Quick Quintrex F481 Hornet
Wayne Kampe | December 2016

The Quintrex Hornet Trophy is a rig with ample freeboard, a nice forward casting platform and great style.

Quintrex offer so many fantastic boats that it can be difficult to nominate a particular rig most suited to a specific task. If there’s a need for a rig that will double as a competition craft fully ready to hit the starter line, or ready to be used by sports anglers to test their skills wherever the opportunity presents (in estuaries rivers or impoundments), the four person F481 Hornet Trophy will fit the bill nicely. It’s 5m in length with a 2.3m beam and a feisty 90hp Yamaha four-stroke on the transom.
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Tinny pimped to fish
Patrick Morgan | December 2016

The author’s new tinny showing off its lines.

Finding the perfect boat to suit your fishing style can be a real challenge, especially if you have budget constraints. If you are satisfied with the performance of the hull, yet your vessel is missing the fish-ability factor, then maybe it’s time to pimp your tinny.
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First response when the boat stops
Wayne Kampe | November 2016

The isolator switch is one item that can get up to mischief. Replacing it every couple of years is a smart move.

I’m no marine mechanic, but I’m a boat owner who has seen some of the things that can spoil a day on the water. It’s something nearly every boat owner experiences sometime. The boat is humming along quite well and then suddenly, there’s no sound from the engine, or it revs really high and the craft isn’t moving. It’s running rough and can’t seem to snap out of it. None of these scenarios are what boaters want, but things happen. A few thoughts on the topic won’t go astray.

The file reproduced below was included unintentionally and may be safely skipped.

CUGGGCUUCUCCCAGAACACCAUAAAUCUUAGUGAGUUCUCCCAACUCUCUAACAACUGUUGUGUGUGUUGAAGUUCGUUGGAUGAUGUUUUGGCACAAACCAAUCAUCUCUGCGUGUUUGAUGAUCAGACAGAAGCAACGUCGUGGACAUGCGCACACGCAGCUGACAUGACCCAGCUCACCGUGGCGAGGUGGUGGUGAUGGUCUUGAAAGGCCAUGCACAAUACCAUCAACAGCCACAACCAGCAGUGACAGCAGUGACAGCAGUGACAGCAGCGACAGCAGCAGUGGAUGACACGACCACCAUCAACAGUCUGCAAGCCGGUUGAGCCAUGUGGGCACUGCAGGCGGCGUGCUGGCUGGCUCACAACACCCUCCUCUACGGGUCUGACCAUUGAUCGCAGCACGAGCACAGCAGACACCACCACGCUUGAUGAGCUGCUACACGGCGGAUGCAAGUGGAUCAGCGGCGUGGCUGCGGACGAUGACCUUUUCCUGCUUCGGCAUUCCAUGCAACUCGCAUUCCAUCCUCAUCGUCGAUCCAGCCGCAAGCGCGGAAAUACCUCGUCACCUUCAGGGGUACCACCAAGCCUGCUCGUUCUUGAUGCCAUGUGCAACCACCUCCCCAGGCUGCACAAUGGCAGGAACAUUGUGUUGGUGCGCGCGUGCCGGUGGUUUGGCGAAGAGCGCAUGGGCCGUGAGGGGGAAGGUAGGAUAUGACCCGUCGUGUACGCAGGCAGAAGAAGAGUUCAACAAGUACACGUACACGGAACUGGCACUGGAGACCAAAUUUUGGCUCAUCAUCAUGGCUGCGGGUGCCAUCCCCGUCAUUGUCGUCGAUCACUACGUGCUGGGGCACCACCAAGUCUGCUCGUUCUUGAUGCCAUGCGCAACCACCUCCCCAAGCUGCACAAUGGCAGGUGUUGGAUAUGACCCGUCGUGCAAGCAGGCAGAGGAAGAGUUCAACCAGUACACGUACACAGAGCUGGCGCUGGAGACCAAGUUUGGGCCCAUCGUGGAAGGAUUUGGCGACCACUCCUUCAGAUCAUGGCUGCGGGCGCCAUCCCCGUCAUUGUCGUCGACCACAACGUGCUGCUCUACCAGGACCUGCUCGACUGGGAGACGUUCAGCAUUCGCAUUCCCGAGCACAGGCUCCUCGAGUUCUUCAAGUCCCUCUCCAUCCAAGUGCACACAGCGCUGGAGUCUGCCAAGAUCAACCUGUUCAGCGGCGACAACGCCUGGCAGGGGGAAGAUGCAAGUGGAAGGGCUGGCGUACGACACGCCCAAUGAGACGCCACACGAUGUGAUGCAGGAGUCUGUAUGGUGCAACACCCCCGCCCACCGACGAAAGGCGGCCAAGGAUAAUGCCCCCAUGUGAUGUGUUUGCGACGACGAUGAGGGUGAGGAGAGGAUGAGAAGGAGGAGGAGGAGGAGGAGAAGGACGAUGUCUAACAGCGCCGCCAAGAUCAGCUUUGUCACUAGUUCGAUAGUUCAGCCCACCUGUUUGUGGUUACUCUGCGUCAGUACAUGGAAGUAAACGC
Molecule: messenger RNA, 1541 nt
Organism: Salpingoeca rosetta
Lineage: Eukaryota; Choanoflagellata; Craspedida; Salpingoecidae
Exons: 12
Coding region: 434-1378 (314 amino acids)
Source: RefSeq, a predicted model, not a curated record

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Whittley CW1650 with Yamaha F70
Steve Morgan | November 2016

Over the last couple of years we’ve done plenty of boat tests on Whittleys – from cruisers to fishing boats and most things in between. The most watched Whittley test on YouTube that we’ve done is the smallest in the range. It used to be the entry-level CW1600 at around 8500 views.
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Cross Country’s 4.5 Island Hopper
Wayne Kampe | October 2016

The Island Hopper’s hull design gives it excellent handling and stability, thanks to huge under-hull chines and a fine central entry section.

It’s not often that you come across fibreglass boats as light as the Cross Country range. Whereas conventional glass craft are manufactured via layers of hand-laid fibreglass bonded with resin, the Cross Country range are different, with vacuum-infused glass bonded to a very tough, sealed foam core. The unique construction imparts both lightness and superb strength, resulting in the 4.5m Island Hopper’s hull weighing only 135kg. Think of that: a bay/estuary rig with a length of 4.5m, beam of 1.8m and with a side height of 640mm tipping the scales so gently.
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At the heart of the Waverider 4.5m is the wide reverse chines that mimic the effectiveness of the Kapten Wave Boat Collar – Pat Jones’ other enterprise.

The Sunshine Coast’s Pat Jones has been fascinated by boats his whole life. You may know him from his successful product, the Kapten Boat Collar, which turns your rock-n-rolling tinnie into a safe and stable fishing platform. He’s also YouTube famous for his surfing a tinnie with a Wave Collar on the bar at the Mooloolah River (search ‘Kapten surfing’ on YouTube) and getting some serious ‘tinnie-air’.
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I think there’s no argument that the New Zealanders have been making bulletproof alloy boats ever since that famous whale got ‘beached-as’ last decade. And for a long time before that.
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Crossing a bar safely
Kaspar Lenigas | September 2016

Looking out through a channel at a bar with shallow banks either side of the image. With larger swell, the banks would be easier to see.

Coastal bars are extremely scary to a lot of boaties and they have every right to be worried about crossing them, particularly in big seas. But with a good understanding and knowledge of how a bar works, bar crossings can be very safe and easy.
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New or used? That is the question
Wayne Kampe | September 2016

New boats are great! Everything’s shiny and brand spankers like everything on this TABS I reviewed, but some serious dollars can be saved if you can find the right used craft.

A conundrum that usually confronts someone buying a boat is whether to buy new or used.
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